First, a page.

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The Battle for Twitter Is About Divided Focus, Not Politics


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The Battle for Twitter Is About Divided...

Left-leaning Twitter (NYSE:TWTR) users were in an uproar over the weekend after a “Republican activist” said he bought a big stake and aimed to oust CEO Jack Dorsey.

Buy the Bloodshed in Twitter Stock After the Q4 Earnings Release

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Despite breathless stories in liberal outlets, this is not a political narrative.

Paul Singer’s Elliott Management hedge fund has taken a stake estimated to be worth $1 billion, in a company with a market capitalization of $28 billion. In conventional terms, this should not be enough to move the needle. But there are reasons why the strike might work, and they have nothing to do with politics.

Twitter Is Just Twitter

While Twitter has embedded itself in the national consciousness, even the global consciousness, the shares now sell for less than they did five years ago, even after a March 2 spike of 8%.

Twitter went public in 2013, at $26 per share, a market cap of $24 billion. But it quickly rose to almost $42 per share. If you bought Twitter in the public market on the day of its IPO, you’re under water now.

Dorsey’s big accomplishment, after re-joining the company he co-founded in 2015, was to gradually match expenses to revenue. Twitter lost over $450 million in 2016, but net income for 2019 was $1.5 billion, on revenue of almost $3.5 billion.

The problem was that, beyond trying to patch holes in the algorithm, sell ads against Tweets and deal with things like bots and trolls, Twitter didn’t change much. Tweets got longer, users learned to thread them and produce stories, but Twitter remained a single, unitary service.

Twitter has become a global brand, but it’s still a single product.

Where’s Jack?

Then there’s CEO Dorsey, who seems to think he’s got a part-time gig.

The man’s got talent. As CEO of Square (NYSE:SQ), Dorsey has been a raging success. Square is up over 500% since going public at the end of 2015. Revenues grew 42% in 2019.

Square started with a single dongle that let micro-merchants take credit cards. It has since become a financial services company. It pitches itself as “the one-stop run your business shop.” It offers payroll services, invoicing, loans and the kind of real-time analytics only big merchants had before. The stock is trading at $77 per share, a market cap of $35 billion.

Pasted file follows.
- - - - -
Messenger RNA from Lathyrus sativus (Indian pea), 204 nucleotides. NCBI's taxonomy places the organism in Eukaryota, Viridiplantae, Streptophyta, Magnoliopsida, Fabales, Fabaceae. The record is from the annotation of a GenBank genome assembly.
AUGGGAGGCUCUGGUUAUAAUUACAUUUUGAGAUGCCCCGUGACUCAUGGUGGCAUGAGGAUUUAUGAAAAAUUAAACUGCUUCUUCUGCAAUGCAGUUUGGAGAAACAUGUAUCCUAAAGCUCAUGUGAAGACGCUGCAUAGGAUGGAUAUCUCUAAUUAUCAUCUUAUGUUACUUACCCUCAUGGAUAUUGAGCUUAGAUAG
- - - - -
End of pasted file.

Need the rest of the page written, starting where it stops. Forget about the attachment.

No one is asking Jack Dorsey to leave Square.

But when Dorsey said last year he would spend half of this year in Africa, there were at least obvious benefits to Square. The continent has dozens of currencies and borders. Dorsey’s plans for a continent-wide stable coin, tied to the dollar, could take off there. Square could also take off there.

But what’s the benefit to Twitter?

The Potential

I’m not being the Geico Pinocchio when I say that Twitter has huge potential.

We could have paid Twitters, subscription Twitters and private Twitters. We could have Twitter integrated with other applications, embedded in games or markets. Some of these ideas won’t work, but none have yet been tried.

A full-time boss could try them. Dorsey isn’t hurting. He’s worth about $5 billion. That’s $1.5 billion more than Elliott’s Paul Singer is worth.

But Singer has real grievances. Twitter is an underdeveloped asset. Dorsey has done fine work, but Twitter needs more. It needs a full-time manager. That’s an argument that resonates among investors, who buy stock to watch its value grow.

The Bottom Line on TWTR Stock

Dorsey has allies, like Tesla (NASDAQ:TSLA) CEO Elon Musk, who recently tweeted his support. The question is whether those friends are willing to put their money where their tweets are.

Singer has put Twitter in play. It might make a tasty morsel for any of the major cloud companies, which are worth as much as 40 times more than its $28 billion. Even a Comcast (NASDAQ:CMCSA) or AT&T (NYSE:T) might find Twitter affordable.

That’s what Singer is banking on.

Dana Blankenhorn has been a financial and technology journalist since 1978. He is the author of the environmental thriller Bridget O’Flynn and the Bear, available at the Amazon Kindle store. Follow him on Twitter at @danablankenhorn. As of this writing he owned no shares in companies mentioned in this story. 

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